A Dark Side Of The American Dream

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Research revolving around the effect of money on happiness is simple to find, given the multitude of papers on the subject. Despite this as a nation, and as individuals, we find it hard to let go of the concept that money could and will solve all our problems. Frequently money is interpreted by society to be a physiological need, since without money you can lack food, shelter, etc. Where money falls in Maslow’s needs hierarchy is often disputed. As a capitalist economy, desire to make money, and contribute back to the economy, is integral to our society. Tim Kasser, and Richard M. Ryan address these concepts in their empirical study, “A dark side of the American dream: Correlates of financial success as a central life aspiration”.

Kasser’s …show more content…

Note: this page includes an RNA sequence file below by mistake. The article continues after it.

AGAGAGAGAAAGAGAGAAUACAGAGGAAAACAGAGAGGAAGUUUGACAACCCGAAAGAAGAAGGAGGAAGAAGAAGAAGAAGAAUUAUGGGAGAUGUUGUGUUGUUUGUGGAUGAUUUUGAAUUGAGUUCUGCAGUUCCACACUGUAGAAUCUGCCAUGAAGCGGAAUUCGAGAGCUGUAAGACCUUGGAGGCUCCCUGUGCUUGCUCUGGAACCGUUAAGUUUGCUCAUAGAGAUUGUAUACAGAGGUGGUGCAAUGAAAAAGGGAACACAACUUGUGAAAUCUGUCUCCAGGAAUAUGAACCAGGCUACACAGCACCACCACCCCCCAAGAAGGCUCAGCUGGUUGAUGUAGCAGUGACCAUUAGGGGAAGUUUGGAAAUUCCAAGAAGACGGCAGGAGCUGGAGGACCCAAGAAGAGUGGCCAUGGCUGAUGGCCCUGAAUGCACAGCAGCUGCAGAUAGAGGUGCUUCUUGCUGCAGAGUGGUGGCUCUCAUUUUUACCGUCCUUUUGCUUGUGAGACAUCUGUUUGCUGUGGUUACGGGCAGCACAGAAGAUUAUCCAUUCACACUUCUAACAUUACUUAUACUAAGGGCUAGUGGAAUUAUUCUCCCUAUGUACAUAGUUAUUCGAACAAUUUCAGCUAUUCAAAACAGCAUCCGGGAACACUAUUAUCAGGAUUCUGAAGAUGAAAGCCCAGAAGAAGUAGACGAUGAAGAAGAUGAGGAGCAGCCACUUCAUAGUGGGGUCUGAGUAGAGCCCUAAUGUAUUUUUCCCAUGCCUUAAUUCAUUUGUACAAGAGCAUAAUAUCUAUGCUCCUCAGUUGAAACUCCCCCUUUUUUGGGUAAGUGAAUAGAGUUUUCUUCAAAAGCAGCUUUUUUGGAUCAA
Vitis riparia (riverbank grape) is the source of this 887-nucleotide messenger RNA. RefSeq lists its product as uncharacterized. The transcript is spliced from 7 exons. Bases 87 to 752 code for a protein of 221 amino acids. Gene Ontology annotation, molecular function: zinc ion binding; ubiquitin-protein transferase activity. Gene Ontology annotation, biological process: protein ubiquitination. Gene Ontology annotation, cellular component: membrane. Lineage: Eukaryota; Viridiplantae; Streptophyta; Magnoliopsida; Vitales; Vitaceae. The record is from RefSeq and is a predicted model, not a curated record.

However, that does not mean that Maslow’s opinion isn’t contested. At what point does security money provides extend past the safety a steady income provides? As investigated by Kasser et al. money, as an aspiration does not serve as a path to self-actualization. Self-actualization is the top of Maslow’s hierarchy of needs, and in his opinion is the end goal, as only a self-actualized person can truly experience happiness (Ryckman, 2012). However Maslow acknowledges seven exceptions to the hierarchy. Specifically applicable to this discussion are two exceptions. One exception is for people how spend or have spent their life worrying about lower level needs, specifically money and jobs that made the main thing for one to worry about to be food and shelter. And, according to Maslow, if an individual spends enough time worrying about lower level needs, then the higher levels disappear, and thus people in this category can be fully satisfied by having enough food, without the desire for more (Ryckman, 2012). On the contrary people who have not, or have not for an extended period of time, had to worry about lower level needs forget how important it is, and thus be willing to risk their lower level needs in order to maintain or create their higher level needs. An example of this would be quitting a job because your boss dislikes you, without considering how it would impact your lower level needs. Since a lack of money seems to minimize what needs to be quenched to achieve happiness, does this in turn mean that having more money maximizes what needs to be accomplished for happiness? This question was addressed by Kasser et al., amongst many other studies, however it appears that one can’t help but to fantasize about a singular fix existing,

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